By focusing almost entirely upon the South, Present Civil War Reconstruction histories fail to take into account how simultaneous Northern events shaped – and sometimes dictated – Southern Reconstruction.
One example involves Amos Akerman who was one of President Grant’s five attorneys general. He served for about a year from November 1870 to December 1871. Although born in New Hampshire, at the age of twenty-one in 1842 he moved to North Carolina. By 1850 he was a Georgia lawyer. Although initially opposed to secession he remained loyal to the South and served as a Confederate officer during the Civil War.
In prosecuting the Ku Klux Klan, Akerman was the most vigorous of President Grant’s attorneys general. He expanded the powers of the then newly created Federal Justice Department to expedite prosecutions. About 600 convictions were obtained and two-thirds of the offenders went to jail.
Grant, however, evidently revealed the Republican Party’s secondary priorities on racial justice when Akerman was unexpectedly asked to resign in December 1871. In addition to opposing Southern racial violence, Akerman was critical of federal subsidies to railroads and may have suspected the long-festering Crédit Mobilier scandal that would soon explode into public awareness. In June 1871 Akerman had denied land and bond grants to the Union Pacific Railroad, which was intimately connected with Crédit Mobilier, which in turn had paid bribes to both of Grant’s vice presidents as well as future President James Garfield who committed perjury when he denied it.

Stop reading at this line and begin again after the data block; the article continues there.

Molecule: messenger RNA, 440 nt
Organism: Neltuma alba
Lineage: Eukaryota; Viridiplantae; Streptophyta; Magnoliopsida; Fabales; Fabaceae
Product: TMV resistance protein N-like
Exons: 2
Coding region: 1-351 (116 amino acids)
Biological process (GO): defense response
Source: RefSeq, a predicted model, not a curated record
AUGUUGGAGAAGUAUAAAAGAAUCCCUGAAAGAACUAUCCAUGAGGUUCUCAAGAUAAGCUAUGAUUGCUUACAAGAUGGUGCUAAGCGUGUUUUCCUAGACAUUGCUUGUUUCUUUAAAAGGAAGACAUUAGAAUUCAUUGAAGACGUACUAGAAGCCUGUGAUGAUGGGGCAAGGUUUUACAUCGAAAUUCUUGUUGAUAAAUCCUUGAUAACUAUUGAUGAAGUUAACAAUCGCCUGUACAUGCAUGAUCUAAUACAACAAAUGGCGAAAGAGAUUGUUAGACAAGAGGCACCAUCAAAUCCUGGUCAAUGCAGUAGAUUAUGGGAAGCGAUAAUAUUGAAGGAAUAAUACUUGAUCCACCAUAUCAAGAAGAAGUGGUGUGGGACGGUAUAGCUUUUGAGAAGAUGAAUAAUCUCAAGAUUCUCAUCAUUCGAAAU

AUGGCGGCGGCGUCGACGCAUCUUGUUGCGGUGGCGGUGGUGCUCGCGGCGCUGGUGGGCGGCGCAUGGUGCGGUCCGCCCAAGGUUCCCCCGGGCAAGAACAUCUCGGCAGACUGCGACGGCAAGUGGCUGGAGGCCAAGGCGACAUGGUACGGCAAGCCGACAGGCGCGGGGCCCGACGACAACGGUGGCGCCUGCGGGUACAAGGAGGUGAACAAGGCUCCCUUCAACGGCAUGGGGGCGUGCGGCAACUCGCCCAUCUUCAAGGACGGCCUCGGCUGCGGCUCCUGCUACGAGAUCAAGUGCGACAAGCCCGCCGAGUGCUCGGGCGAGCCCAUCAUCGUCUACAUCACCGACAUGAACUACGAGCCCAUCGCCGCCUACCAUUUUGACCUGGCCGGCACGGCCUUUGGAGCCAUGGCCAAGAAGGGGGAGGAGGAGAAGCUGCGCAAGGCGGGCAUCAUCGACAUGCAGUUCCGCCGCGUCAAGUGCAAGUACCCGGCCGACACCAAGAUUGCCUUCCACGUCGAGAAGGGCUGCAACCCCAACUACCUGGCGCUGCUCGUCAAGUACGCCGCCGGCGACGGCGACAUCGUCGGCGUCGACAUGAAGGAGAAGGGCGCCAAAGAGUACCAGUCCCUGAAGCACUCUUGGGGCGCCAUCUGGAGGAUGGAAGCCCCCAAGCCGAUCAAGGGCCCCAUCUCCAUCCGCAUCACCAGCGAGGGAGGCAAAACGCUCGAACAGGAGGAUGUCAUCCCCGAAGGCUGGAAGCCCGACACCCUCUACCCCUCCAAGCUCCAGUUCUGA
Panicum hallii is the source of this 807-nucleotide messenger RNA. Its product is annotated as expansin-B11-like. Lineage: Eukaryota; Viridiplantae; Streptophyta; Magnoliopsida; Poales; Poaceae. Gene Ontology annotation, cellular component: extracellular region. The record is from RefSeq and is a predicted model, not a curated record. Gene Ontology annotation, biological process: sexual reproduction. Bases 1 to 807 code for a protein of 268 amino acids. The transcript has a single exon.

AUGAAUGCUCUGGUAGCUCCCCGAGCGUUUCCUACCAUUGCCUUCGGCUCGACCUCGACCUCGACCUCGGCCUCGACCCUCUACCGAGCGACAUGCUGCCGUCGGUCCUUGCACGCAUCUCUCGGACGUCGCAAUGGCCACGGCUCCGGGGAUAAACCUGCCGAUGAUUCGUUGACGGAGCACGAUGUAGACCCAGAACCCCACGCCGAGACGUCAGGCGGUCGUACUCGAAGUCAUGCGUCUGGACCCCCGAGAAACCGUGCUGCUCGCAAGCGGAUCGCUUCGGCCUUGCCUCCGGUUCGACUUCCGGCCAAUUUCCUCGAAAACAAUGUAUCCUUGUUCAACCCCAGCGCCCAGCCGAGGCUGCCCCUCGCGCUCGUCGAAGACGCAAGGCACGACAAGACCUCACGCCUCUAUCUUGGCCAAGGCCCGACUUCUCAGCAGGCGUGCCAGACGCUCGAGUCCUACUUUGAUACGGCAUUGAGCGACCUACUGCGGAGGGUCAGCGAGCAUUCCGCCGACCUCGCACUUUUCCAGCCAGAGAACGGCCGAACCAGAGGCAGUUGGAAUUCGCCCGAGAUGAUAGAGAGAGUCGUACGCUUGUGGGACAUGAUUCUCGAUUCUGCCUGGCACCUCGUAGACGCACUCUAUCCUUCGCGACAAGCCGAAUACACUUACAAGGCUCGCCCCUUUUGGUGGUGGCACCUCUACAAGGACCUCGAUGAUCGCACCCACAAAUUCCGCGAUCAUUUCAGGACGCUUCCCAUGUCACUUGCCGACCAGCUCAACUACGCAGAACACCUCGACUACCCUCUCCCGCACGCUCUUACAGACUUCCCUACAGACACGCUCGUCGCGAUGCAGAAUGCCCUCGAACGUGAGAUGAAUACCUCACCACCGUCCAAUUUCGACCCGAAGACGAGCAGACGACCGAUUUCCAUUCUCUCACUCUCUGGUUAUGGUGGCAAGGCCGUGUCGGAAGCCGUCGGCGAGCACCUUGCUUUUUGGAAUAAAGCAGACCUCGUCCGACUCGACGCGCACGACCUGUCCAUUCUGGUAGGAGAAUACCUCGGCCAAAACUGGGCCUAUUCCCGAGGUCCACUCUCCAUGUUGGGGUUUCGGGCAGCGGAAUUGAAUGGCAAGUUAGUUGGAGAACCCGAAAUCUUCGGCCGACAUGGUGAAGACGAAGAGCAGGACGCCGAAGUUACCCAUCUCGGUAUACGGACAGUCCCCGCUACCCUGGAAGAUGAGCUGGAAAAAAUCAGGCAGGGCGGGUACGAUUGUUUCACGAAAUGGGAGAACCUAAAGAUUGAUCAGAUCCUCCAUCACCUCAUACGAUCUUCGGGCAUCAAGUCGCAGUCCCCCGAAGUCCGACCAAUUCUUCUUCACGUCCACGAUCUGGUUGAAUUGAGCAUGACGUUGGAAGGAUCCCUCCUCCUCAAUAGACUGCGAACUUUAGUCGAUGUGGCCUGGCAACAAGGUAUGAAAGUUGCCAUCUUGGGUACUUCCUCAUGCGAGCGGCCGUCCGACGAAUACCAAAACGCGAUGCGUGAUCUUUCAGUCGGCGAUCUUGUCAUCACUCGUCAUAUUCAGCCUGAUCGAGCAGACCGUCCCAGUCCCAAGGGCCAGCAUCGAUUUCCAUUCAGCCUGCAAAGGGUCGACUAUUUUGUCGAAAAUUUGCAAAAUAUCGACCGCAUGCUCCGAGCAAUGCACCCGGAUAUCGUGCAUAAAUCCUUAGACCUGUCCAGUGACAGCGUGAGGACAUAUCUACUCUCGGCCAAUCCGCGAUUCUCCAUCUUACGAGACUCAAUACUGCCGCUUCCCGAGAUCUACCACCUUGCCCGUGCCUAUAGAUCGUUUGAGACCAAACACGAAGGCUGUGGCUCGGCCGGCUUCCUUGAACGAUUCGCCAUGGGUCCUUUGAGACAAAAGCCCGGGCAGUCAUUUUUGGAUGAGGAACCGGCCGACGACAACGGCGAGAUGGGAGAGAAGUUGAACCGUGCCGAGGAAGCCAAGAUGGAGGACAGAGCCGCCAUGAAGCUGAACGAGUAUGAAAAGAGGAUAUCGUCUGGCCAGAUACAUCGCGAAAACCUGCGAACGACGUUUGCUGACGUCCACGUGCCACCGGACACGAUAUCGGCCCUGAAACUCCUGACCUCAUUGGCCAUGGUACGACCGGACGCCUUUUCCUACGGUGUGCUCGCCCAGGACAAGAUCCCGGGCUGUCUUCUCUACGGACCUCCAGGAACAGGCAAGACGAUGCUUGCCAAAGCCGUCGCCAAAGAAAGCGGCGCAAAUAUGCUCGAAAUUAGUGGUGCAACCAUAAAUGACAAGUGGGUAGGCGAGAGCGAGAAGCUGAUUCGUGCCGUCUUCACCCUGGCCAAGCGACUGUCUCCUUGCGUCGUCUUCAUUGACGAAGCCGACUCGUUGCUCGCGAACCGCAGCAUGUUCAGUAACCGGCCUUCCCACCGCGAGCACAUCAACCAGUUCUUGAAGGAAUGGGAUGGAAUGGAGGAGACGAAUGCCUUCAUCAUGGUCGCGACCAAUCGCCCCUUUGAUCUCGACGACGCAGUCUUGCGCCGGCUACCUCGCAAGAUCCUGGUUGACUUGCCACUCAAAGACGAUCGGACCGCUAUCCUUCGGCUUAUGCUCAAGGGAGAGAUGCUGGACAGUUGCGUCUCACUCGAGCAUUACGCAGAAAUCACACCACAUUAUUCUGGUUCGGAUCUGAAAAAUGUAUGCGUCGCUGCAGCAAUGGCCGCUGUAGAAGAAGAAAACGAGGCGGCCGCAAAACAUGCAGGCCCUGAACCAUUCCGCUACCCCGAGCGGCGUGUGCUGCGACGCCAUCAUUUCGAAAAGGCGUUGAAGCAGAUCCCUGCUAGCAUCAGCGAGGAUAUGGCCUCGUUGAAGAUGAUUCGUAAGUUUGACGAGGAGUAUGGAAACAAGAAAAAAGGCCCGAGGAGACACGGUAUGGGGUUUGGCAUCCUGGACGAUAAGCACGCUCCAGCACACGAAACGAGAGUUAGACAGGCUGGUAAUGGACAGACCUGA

Shortly before resigning Akerman told the previous attorney general who was representing a railroad’s claim for land grants that the railroad company had not completed the requirements for the grants. Nearly simultaneously Interior Secretary Columbus Delano complained to President Grant that Akerman had annoyed railroad moguls Collis Huntington and Jay Gould with rulings unfavorable to their interests. Grant replaced Akerman with George Williams who would later resign under accusations of bribery.
Grant biographer William McFeely concluded: “[After Akerman’s resignation] the finest champion of human rights in the Grant administration went home to Cartersville, Georgia where he practiced law privately for only eight more years. He had given up on his native North and on Northerners.”
Contemporary historians too often ignore, or minimize, how developments in the North impacted Southern Reconstruction. Yet a valid picture of Reconstruction cannot be appreciated without integrating the history of the Gilded Age with that of Reconstruction.
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